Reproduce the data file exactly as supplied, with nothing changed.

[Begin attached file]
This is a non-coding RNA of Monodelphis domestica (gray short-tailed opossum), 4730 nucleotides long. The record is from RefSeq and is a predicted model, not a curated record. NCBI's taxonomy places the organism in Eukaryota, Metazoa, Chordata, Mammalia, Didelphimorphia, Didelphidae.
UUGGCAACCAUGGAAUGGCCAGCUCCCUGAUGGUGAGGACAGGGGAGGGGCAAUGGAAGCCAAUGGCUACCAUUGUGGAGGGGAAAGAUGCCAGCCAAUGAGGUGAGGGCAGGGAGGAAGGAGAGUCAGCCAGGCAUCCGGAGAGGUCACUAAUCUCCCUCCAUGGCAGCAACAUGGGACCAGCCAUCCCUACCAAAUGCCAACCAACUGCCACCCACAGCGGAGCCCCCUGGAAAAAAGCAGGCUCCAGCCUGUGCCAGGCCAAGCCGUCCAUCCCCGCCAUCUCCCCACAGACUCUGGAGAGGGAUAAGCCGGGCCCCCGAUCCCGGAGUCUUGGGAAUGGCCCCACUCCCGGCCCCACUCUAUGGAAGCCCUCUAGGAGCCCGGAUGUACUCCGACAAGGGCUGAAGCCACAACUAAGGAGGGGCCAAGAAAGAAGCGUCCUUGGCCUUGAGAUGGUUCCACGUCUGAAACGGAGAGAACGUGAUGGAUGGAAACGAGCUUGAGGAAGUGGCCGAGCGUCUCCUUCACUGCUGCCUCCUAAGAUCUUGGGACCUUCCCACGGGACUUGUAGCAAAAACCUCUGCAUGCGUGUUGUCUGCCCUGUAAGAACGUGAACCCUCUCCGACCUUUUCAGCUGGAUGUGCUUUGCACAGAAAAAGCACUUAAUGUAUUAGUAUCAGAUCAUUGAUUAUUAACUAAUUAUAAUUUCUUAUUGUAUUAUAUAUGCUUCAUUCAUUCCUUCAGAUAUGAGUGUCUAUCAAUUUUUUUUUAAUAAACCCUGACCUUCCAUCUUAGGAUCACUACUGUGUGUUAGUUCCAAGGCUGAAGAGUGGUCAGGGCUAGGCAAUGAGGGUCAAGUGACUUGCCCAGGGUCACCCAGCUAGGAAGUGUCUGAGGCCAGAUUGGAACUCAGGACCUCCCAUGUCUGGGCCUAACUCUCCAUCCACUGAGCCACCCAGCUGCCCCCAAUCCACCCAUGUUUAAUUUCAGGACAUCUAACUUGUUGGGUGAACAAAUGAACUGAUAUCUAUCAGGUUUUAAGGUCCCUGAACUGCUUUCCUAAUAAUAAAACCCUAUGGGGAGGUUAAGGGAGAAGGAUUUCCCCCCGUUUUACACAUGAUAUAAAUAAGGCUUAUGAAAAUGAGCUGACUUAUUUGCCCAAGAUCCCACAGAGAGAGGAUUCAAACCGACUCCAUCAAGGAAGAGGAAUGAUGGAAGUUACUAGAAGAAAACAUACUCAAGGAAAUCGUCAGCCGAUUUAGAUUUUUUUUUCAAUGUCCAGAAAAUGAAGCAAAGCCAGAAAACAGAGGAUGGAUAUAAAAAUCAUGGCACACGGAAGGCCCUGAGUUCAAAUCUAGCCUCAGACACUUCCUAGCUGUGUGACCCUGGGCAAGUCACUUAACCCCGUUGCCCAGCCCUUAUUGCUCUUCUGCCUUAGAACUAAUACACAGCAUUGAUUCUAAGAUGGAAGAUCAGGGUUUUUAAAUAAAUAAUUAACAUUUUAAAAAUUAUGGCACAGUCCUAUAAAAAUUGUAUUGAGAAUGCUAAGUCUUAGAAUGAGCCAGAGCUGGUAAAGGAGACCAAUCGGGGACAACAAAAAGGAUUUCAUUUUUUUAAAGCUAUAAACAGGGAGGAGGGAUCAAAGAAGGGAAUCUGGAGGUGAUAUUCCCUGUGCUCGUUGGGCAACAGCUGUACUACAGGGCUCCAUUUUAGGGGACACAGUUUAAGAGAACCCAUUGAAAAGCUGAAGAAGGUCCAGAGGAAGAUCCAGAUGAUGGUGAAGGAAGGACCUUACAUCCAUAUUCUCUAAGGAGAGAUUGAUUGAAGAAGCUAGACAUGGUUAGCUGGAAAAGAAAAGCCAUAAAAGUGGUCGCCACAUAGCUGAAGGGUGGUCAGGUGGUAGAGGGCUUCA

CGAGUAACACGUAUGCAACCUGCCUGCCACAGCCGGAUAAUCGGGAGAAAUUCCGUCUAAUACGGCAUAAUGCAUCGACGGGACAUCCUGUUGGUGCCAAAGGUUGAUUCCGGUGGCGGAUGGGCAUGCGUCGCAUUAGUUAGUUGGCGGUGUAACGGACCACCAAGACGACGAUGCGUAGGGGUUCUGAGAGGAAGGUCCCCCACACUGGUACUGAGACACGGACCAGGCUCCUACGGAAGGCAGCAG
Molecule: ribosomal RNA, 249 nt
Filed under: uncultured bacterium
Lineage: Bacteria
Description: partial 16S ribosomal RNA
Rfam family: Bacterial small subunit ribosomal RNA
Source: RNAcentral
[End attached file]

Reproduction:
This is a non-coding RNA of Monodelphis domestica (gray short-tailed opossum), 4730 nucleotides long. The record is from RefSeq and is a predicted model, not a curated record. NCBI's taxonomy places the organism in Eukaryota, Metazoa, Chordata, Mammalia, Didelphimorphia, Didelphidae.
UUGGCAACCAUGGAAUGGCCAGCUCCCUGAUGGUGAGGACAGGGGAGGGGCAAUGGAAGCCAAUGGCUACCAUUGUGGAGGGGAAAGAUGCCAGCCAAUGAGGUGAGGGCAGGGAGGAAGGAGAGUCAGCCAGGCAUCCGGAGAGGUCACUAAUCUCCCUCCAUGGCAGCAACAUGGGACCAGCCAUCCCUACCAAAUGCCAACCAACUGCCACCCACAGCGGAGCCCCCUGGAAAAAAGCAGGCUCCAGCCUGUGCCAGGCCAAGCCGUCCAUCCCCGCCAUCUCCCCACAGACUCUGGAGAGGGAUAAGCCGGGCCCCCGAUCCCGGAGUCUUGGGAAUGGCCCCACUCCCGGCCCCACUCUAUGGAAGCCCUCUAGGAGCCCGGAUGUACUCCGACAAGGGCUGAAGCCACAACUAAGGAGGGGCCAAGAAAGAAGCGUCCUUGGCCUUGAGAUGGUUCCACGUCUGAAACGGAGAGAACGUGAUGGAUGGAAACGAGCUUGAGGAAGUGGCCGAGCGUCUCCUUCACUGCUGCCUCCUAAGAUCUUGGGACCUUCCCACGGGACUUGUAGCAAAAACCUCUGCAUGCGUGUUGUCUGCCCUGUAAGAACGUGAACCCUCUCCGACCUUUUCAGCUGGAUGUGCUUUGCACAGAAAAAGCACUUAAUGUAUUAGUAUCAGAUCAUUGAUUAUUAACUAAUUAUAAUUUCUUAUUGUAUUAUAUAUGCUUCAUUCAUUCCUUCAGAUAUGAGUGUCUAUCAAUUUUUUUUUAAUAAACCCUGACCUUCCAUCUUAGGAUCACUACUGUGUGUUAGUUCCAAGGCUGAAGAGUGGUCAGGGCUAGGCAAUGAGGGUCAAGUGACUUGCCCAGGGUCACCCAGCUAGGAAGUGUCUGAGGCCAGAUUGGAACUCAGGACCUCCCAUGUCUGGGCCUAACUCUCCAUCCACUGAGCCACCCAGCUGCCCCCAAUCCACCCAUGUUUAAUUUCAGGACAUCUAACUUGUUGGGUGAACAAAUGAACUGAUAUCUAUCAGGUUUUAAGGUCCCUGAACUGCUUUCCUAAUAAUAAAACCCUAUGGGGAGGUUAAGGGAGAAGGAUUUCCCCCCGUUUUACACAUGAUAUAAAUAAGGCUUAUGAAAAUGAGCUGACUUAUUUGCCCAAGAUCCCACAGAGAGAGGAUUCAAACCGACUCCAUCAAGGAAGAGGAAUGAUGGAAGUUACUAGAAGAAAACAUACUCAAGGAAAUCGUCAGCCGAUUUAGAUUUUUUUUUCAAUGUCCAGAAAAUGAAGCAAAGCCAGAAAACAGAGGAUGGAUAUAAAAAUCAUGGCACACGGAAGGCCCUGAGUUCAAAUCUAGCCUCAGACACUUCCUAGCUGUGUGACCCUGGGCAAGUCACUUAACCCCGUUGCCCAGCCCUUAUUGCUCUUCUGCCUUAGAACUAAUACACAGCAUUGAUUCUAAGAUGGAAGAUCAGGGUUUUUAAAUAAAUAAUUAACAUUUUAAAAAUUAUGGCACAGUCCUAUAAAAAUUGUAUUGAGAAUGCUAAGUCUUAGAAUGAGCCAGAGCUGGUAAAGGAGACCAAUCGGGGACAACAAAAAGGAUUUCAUUUUUUUAAAGCUAUAAACAGGGAGGAGGGAUCAAAGAAGGGAAUCUGGAGGUGAUAUUCCCUGUGCUCGUUGGGCAACAGCUGUACUACAGGGCUCCAUUUUAGGGGACACAGUUUAAGAGAACCCAUUGAAAAGCUGAAGAAGGUCCAGAGGAAGAUCCAGAUGAUGGUGAAGGAAGGACCUUACAUCCAUAUUCUCUAAGGAGAGAUUGAUUGAAGAAGCUAGACAUGGUUAGCUGGAAAAGAAAAGCCAUAAAAGUGGUCGCCACAUAGCUGAAGGGUGGUCAGGUGGUAGAGGGCUUCA

CGAGUAACACGUAUGCAACCUGCCUGCCACAGCCGGAUAAUCGGGAGAAAUUCCGUCUAAUACGGCAUAAUGCAUCGACGGGACAUCCUGUUGGUGCCAAAGGUUGAUUCCGGUGGCGGAUGGGCAUGCGUCGCAUUAGUUAGUUGGCGGUGUAACGGACCACCAAGACGACGAUGCGUAGGGGUUCUGAGAGGAAGGUCCCCCACACUGGUACUGAGACACGGACCAGGCUCCUACGGAAGGCAGCAG
Molecule: ribosomal RNA, 249 nt
Filed under: uncultured bacterium
Lineage: Bacteria
Description: partial 16S ribosomal RNA
Rfam family: Bacterial small subunit ribosomal RNA
Source: RNAcentral